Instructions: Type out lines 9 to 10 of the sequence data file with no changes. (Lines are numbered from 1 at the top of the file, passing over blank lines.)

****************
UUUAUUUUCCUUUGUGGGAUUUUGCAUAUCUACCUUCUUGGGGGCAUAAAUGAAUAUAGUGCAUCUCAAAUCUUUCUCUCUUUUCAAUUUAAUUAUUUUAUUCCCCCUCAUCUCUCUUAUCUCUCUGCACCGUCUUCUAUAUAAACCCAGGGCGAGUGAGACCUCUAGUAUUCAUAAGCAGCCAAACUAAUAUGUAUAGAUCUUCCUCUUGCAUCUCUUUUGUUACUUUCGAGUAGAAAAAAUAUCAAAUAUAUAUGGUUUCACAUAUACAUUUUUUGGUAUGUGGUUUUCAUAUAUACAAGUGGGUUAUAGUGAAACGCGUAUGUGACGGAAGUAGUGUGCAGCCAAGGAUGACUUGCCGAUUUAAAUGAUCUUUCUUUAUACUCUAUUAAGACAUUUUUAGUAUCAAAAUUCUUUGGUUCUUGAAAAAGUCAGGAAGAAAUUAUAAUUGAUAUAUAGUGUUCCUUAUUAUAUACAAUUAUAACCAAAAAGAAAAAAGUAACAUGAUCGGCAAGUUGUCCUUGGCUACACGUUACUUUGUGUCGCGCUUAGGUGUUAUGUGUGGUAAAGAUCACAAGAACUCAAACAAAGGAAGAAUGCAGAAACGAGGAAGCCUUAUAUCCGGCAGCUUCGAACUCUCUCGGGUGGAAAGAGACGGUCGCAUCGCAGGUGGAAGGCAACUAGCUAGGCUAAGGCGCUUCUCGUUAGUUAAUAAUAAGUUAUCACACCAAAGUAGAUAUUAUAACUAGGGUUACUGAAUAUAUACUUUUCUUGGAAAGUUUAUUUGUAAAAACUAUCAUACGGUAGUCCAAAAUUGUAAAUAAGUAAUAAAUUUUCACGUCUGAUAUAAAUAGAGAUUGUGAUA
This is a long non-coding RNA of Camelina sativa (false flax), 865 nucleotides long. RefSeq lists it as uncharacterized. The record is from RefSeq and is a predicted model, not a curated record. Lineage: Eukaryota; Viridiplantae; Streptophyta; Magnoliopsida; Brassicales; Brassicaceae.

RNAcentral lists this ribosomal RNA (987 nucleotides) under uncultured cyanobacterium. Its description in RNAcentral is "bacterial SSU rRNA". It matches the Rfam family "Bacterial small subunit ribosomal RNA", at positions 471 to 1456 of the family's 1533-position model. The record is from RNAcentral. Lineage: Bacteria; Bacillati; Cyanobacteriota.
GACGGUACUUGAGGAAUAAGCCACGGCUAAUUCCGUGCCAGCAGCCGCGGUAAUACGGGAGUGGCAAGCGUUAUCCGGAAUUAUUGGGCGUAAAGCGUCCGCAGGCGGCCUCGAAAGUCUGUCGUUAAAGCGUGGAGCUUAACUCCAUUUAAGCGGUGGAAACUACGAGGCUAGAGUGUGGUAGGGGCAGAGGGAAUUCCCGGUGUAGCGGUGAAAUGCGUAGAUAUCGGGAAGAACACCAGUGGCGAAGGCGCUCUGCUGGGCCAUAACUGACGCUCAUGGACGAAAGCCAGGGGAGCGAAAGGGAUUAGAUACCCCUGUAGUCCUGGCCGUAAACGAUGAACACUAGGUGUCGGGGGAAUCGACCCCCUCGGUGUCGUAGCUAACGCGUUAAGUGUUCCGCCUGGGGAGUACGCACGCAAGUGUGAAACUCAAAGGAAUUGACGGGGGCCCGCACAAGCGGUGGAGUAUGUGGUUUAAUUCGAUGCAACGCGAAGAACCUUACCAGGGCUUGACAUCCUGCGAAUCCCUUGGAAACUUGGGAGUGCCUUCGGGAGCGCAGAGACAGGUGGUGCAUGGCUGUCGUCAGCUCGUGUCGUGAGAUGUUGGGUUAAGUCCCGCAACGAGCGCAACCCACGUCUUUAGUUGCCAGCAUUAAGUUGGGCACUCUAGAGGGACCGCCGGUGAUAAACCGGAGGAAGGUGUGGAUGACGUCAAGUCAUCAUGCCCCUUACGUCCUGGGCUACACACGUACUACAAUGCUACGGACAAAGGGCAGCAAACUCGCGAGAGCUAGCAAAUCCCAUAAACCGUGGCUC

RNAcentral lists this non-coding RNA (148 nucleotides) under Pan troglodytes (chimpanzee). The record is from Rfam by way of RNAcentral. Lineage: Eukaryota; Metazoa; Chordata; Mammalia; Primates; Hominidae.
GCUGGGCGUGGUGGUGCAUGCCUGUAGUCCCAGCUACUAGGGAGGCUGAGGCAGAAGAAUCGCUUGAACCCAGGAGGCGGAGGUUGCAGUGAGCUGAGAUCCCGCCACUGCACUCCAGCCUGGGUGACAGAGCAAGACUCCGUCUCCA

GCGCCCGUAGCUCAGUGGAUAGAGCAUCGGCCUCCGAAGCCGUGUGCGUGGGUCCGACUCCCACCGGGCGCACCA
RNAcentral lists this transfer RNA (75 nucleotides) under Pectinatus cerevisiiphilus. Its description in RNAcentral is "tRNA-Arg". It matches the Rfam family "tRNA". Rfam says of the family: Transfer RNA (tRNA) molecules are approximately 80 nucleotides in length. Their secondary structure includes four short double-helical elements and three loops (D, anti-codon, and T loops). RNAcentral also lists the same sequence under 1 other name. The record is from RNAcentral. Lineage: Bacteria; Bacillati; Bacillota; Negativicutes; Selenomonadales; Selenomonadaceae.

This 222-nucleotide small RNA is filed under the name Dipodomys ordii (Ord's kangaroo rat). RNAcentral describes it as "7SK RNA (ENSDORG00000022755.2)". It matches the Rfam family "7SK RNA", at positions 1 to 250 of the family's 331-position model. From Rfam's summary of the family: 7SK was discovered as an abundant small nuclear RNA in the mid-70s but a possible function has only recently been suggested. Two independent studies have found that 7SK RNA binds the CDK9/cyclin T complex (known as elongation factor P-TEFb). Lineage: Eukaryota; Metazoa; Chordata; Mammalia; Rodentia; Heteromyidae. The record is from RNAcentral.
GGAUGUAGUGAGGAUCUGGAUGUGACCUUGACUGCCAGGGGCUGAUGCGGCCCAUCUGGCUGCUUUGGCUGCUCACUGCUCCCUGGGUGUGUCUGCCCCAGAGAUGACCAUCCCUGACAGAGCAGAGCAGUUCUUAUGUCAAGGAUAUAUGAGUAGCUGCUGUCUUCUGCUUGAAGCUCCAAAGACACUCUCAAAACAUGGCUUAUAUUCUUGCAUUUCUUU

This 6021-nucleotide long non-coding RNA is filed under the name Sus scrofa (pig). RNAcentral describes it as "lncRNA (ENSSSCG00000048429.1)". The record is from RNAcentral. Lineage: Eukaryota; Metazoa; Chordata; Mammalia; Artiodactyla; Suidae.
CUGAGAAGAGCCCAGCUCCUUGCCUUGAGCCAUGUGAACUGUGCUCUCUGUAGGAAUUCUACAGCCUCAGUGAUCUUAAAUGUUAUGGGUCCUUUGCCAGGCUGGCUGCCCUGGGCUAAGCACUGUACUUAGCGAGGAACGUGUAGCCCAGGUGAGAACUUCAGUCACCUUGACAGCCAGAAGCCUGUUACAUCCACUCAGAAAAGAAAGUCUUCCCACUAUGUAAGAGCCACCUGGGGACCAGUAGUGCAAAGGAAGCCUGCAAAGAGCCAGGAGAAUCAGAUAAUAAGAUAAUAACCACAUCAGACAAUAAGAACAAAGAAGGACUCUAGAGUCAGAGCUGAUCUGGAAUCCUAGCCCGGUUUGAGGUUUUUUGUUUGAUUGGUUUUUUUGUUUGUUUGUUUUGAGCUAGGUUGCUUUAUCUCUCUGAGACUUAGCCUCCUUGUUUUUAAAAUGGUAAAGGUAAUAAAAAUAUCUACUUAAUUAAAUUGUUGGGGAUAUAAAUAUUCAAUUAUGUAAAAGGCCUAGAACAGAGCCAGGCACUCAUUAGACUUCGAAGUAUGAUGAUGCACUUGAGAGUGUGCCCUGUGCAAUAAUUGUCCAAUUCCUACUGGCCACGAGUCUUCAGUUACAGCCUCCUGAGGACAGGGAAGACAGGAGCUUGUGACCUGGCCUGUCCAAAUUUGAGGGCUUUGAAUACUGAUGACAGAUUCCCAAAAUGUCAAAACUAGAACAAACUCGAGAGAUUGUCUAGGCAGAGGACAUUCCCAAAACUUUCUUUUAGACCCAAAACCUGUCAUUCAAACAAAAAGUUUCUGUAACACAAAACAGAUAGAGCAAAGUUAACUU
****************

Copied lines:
This 222-nucleotide small RNA is filed under the name Dipodomys ordii (Ord's kangaroo rat). RNAcentral describes it as "7SK RNA (ENSDORG00000022755.2)". It matches the Rfam family "7SK RNA", at positions 1 to 250 of the family's 331-position model. From Rfam's summary of the family: 7SK was discovered as an abundant small nuclear RNA in the mid-70s but a possible function has only recently been suggested. Two independent studies have found that 7SK RNA binds the CDK9/cyclin T complex (known as elongation factor P-TEFb). Lineage: Eukaryota; Metazoa; Chordata; Mammalia; Rodentia; Heteromyidae. The record is from RNAcentral.
GGAUGUAGUGAGGAUCUGGAUGUGACCUUGACUGCCAGGGGCUGAUGCGGCCCAUCUGGCUGCUUUGGCUGCUCACUGCUCCCUGGGUGUGUCUGCCCCAGAGAUGACCAUCCCUGACAGAGCAGAGCAGUUCUUAUGUCAAGGAUAUAUGAGUAGCUGCUGUCUUCUGCUUGAAGCUCCAAAGACACUCUCAAAACAUGGCUUAUAUUCUUGCAUUUCUUU